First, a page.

How many players will be used for varsity matches in the course of a given year? How many non-varsity, walk-on players do teams carry, and what is expected of them?

I have seen tennis rosters with as few as five players and as many as fifteen or more. Roster sizes end up short for different reasons. Coaches get caught by players transferring last minute or not being eligible. There are also times when players just don't show up on campus in the fall or even in January after the winter break. This is one of those situations I mentioned before where 'things change' at a moment's notice. If this happens in the fall, it may still leave some time for a coach to get another player in for the spring semester.

The reasons for larger roster sizes vary as well. It is tougher on a coach without assistants to carry high numbers of players. His time becomes spread too thin to spend enough one-on-one time with each player to fully encourage their development. Teams with a full staff may be more equipped to carry, monitor and develop more players. I mentioned before some coaches are also required to carry a minimum number of players. These minimums are often required to support enrollment at smaller institutions.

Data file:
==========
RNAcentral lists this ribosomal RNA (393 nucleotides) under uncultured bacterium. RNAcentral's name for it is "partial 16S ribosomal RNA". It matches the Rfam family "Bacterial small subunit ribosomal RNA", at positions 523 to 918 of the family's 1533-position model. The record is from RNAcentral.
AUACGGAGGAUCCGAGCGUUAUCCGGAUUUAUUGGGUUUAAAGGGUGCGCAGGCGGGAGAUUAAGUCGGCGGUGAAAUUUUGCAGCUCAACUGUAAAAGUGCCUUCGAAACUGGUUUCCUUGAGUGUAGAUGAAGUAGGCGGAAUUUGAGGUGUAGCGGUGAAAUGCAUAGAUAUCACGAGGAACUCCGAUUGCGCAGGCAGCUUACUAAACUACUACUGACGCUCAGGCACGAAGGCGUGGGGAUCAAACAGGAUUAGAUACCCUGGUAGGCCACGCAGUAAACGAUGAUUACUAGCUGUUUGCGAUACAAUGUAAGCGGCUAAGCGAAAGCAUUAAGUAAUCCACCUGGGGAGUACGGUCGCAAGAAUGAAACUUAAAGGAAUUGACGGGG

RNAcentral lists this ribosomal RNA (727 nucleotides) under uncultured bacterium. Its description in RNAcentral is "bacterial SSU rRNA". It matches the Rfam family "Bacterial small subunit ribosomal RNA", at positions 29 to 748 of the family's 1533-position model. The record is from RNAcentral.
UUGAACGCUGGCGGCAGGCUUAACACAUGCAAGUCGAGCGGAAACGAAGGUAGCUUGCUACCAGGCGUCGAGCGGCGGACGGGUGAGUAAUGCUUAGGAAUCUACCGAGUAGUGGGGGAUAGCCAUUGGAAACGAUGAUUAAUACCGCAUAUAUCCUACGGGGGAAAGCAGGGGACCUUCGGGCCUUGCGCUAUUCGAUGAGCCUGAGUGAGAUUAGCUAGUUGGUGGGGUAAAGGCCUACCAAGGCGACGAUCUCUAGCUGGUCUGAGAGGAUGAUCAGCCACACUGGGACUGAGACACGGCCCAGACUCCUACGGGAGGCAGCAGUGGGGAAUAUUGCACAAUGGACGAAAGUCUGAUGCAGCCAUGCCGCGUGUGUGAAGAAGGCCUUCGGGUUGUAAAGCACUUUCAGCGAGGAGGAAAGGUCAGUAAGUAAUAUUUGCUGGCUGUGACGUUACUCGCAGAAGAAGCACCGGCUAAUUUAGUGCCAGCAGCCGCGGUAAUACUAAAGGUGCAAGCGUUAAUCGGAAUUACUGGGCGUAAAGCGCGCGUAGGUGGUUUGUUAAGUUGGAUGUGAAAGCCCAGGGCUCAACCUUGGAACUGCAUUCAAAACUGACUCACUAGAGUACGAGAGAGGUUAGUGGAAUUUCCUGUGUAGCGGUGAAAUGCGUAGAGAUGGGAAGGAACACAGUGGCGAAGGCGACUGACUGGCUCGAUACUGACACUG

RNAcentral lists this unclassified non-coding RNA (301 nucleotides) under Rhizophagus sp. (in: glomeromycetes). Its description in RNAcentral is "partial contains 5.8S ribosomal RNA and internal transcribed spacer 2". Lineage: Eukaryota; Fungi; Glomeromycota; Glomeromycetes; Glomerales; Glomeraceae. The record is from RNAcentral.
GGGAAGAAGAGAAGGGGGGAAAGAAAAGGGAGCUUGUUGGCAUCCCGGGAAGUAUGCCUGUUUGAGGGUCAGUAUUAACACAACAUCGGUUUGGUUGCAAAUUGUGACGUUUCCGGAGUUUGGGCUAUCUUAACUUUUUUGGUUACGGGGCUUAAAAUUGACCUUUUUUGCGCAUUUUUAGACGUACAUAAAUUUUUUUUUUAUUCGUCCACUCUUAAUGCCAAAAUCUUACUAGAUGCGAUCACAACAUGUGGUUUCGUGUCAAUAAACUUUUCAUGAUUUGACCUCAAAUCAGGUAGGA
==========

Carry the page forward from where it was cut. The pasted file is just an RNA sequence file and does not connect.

The biggest issue I have with roster size as a coach is being able give all players equal time. If coaches are going to take on 12, 14 or more players, it should be their responsibility to ensure that all of those players are at least getting some one-on-one time with someone on the staff. It is not enough for me to ensure a quality experience for a player to just let them on the team. If a kid is willing and wants to get better and I take them on, that player deserves time with me or my staff.